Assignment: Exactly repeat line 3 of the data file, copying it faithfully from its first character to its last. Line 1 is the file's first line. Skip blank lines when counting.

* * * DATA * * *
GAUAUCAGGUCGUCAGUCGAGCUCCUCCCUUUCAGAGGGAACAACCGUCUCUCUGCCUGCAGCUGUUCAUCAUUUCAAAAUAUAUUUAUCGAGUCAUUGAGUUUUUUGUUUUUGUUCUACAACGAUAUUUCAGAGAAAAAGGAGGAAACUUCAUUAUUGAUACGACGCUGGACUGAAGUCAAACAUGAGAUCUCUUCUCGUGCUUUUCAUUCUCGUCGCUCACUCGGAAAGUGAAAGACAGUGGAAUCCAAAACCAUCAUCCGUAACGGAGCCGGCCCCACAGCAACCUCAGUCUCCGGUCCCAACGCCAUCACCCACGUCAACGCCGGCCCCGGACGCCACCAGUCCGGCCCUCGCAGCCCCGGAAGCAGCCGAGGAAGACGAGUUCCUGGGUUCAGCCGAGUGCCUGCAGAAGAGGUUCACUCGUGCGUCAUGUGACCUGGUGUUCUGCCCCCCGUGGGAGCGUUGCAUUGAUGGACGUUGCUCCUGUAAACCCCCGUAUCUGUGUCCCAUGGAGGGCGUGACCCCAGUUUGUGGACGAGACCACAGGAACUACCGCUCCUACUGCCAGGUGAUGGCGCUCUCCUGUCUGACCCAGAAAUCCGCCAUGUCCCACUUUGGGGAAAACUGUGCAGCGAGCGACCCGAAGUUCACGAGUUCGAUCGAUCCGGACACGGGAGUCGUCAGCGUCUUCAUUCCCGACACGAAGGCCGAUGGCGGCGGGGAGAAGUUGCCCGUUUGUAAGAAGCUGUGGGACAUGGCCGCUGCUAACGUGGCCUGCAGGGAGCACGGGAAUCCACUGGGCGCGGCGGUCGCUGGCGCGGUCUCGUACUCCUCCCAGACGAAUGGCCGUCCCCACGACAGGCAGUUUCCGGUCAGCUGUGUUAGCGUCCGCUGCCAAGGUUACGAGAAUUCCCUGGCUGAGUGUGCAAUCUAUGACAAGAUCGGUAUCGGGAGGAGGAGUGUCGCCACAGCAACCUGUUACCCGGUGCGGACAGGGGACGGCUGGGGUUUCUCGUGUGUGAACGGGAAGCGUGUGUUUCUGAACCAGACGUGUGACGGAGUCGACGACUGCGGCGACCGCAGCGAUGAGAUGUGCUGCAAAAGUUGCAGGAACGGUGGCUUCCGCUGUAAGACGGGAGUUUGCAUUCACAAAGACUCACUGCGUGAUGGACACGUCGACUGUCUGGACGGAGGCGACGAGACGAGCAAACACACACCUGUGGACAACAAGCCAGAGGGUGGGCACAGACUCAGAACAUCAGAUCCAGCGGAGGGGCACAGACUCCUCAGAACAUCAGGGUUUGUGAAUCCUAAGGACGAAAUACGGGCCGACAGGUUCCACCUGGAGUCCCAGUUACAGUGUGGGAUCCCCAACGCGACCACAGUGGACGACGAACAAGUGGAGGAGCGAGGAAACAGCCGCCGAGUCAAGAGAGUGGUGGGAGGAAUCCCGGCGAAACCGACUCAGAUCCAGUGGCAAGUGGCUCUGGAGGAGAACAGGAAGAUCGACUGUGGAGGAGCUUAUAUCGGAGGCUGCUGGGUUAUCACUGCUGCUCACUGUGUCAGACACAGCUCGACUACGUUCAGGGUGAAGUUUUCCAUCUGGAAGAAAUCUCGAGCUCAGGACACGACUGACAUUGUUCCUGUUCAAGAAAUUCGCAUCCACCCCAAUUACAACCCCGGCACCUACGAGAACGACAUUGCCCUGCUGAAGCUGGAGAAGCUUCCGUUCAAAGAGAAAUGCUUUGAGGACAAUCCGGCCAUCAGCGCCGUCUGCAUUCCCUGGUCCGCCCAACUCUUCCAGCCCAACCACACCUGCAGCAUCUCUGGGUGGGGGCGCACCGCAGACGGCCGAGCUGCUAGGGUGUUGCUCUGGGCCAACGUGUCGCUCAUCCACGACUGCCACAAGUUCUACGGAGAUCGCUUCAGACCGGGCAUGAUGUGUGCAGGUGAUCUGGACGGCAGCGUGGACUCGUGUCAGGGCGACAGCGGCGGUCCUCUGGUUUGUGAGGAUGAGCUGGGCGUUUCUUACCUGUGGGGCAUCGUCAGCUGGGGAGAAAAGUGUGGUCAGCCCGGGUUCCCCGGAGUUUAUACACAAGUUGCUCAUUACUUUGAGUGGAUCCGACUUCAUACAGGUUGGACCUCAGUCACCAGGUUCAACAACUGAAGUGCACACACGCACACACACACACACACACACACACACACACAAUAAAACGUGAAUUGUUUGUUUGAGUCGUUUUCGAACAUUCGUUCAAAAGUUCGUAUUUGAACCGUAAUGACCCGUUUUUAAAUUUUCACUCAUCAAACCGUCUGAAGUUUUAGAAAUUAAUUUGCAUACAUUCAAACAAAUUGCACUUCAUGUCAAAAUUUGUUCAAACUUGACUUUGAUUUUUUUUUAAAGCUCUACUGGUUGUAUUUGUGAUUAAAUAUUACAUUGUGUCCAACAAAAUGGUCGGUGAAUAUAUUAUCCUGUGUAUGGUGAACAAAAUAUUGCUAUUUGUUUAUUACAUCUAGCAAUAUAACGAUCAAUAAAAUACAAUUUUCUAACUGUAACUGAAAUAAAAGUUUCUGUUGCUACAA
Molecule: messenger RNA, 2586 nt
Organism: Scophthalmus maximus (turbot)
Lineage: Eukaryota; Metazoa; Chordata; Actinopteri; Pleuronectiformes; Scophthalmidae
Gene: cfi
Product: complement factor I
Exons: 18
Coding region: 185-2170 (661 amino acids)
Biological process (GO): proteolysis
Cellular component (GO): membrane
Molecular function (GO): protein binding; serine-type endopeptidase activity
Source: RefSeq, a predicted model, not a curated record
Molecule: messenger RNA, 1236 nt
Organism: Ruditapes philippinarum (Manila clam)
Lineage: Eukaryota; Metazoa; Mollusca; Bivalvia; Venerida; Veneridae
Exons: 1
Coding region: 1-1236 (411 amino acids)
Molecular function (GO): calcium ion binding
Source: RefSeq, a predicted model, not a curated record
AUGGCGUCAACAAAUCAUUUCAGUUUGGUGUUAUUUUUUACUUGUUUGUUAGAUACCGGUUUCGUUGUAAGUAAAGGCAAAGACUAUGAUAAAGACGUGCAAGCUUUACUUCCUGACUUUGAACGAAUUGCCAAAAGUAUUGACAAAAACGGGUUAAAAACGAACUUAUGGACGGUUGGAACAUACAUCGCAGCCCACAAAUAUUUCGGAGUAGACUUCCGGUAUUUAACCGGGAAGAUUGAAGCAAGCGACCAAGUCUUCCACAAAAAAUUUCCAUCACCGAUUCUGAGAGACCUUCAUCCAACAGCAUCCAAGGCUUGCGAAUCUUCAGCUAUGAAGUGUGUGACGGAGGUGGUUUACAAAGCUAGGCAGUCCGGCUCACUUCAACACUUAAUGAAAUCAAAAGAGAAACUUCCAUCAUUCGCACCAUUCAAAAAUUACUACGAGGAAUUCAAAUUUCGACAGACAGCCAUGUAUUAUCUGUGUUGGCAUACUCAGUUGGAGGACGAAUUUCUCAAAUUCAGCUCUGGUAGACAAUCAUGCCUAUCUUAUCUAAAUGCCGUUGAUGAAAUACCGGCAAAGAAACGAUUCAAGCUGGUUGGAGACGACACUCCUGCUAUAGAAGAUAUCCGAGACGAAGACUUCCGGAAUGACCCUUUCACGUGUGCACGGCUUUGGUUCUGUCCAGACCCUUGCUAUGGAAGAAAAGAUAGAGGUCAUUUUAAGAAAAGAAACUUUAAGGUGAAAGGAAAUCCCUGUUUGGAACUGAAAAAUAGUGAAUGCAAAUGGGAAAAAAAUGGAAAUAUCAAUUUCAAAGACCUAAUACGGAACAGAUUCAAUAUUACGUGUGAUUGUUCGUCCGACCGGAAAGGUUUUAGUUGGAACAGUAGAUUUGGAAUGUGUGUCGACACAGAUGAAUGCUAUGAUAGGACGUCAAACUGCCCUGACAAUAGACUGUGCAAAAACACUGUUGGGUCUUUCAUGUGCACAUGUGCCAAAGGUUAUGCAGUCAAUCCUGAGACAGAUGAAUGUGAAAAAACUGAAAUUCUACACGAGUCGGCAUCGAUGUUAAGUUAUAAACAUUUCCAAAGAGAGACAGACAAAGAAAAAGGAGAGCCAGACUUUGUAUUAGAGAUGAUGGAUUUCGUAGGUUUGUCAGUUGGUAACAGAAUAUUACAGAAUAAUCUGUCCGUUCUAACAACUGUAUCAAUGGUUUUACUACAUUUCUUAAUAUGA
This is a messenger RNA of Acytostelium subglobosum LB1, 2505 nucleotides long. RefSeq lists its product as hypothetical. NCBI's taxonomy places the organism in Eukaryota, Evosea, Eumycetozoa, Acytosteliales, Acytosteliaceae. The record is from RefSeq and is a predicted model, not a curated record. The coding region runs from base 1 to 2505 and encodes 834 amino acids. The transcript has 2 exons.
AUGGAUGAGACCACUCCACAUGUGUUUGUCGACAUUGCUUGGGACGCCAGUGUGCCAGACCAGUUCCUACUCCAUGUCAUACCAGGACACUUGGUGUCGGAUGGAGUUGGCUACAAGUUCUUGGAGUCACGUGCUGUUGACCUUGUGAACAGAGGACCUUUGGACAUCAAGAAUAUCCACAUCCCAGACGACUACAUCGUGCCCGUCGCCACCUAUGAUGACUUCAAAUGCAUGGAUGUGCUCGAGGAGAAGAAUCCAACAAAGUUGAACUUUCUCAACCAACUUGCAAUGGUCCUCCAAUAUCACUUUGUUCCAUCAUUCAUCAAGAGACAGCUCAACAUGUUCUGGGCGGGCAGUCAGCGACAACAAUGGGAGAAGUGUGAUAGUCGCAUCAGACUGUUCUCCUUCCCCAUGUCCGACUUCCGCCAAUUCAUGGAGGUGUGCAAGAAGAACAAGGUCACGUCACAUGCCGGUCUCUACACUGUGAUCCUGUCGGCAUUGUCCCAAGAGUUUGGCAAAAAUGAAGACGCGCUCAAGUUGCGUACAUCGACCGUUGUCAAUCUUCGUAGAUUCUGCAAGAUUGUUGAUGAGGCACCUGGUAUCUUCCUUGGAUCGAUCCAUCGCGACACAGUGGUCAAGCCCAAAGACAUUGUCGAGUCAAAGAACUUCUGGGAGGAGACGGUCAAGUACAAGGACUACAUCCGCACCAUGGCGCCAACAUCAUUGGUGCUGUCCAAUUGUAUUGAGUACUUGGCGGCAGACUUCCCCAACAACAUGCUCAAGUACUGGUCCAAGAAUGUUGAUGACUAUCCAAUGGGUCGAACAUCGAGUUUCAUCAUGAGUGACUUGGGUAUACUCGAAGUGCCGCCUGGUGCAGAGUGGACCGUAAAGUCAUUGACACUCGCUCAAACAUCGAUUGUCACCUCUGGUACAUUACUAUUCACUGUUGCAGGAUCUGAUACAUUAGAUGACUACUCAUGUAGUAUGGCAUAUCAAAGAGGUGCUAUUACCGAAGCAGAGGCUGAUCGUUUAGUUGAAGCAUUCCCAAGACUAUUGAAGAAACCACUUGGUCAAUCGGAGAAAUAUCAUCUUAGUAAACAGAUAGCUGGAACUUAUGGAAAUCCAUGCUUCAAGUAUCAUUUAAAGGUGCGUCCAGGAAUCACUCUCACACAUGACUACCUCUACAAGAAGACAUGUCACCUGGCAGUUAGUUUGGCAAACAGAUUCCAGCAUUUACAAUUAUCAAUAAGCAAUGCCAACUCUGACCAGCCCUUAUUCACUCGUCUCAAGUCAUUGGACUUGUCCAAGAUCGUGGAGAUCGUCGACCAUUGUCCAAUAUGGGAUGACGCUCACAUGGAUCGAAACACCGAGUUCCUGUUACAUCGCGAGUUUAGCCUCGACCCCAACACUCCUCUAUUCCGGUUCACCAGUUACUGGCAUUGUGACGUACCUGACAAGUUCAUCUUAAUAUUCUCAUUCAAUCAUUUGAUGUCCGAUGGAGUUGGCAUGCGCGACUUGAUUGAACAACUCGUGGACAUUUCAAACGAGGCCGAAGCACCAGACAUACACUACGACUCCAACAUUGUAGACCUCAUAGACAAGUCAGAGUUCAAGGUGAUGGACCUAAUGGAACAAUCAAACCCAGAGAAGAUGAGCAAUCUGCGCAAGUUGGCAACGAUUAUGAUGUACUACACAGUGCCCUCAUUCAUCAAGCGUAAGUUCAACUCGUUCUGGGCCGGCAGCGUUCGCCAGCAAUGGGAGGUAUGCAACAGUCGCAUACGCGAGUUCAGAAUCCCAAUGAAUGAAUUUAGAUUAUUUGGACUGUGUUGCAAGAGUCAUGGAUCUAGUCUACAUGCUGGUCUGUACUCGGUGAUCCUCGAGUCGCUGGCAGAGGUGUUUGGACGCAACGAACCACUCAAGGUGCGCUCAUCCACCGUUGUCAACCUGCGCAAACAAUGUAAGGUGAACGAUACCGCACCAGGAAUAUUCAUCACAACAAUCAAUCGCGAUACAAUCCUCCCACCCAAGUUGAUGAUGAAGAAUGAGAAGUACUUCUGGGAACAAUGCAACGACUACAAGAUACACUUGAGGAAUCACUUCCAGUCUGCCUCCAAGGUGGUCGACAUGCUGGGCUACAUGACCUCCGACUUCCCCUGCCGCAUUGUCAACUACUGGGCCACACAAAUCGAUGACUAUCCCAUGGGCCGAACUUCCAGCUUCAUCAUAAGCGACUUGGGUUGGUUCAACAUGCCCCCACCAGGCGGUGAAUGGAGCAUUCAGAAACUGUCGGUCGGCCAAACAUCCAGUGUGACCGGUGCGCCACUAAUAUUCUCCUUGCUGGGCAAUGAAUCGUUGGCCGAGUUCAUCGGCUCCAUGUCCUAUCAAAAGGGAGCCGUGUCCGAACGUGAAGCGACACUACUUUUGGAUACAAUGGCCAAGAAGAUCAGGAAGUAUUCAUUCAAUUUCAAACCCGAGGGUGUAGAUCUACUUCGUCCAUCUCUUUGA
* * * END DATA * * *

Organism: Scophthalmus maximus (turbot)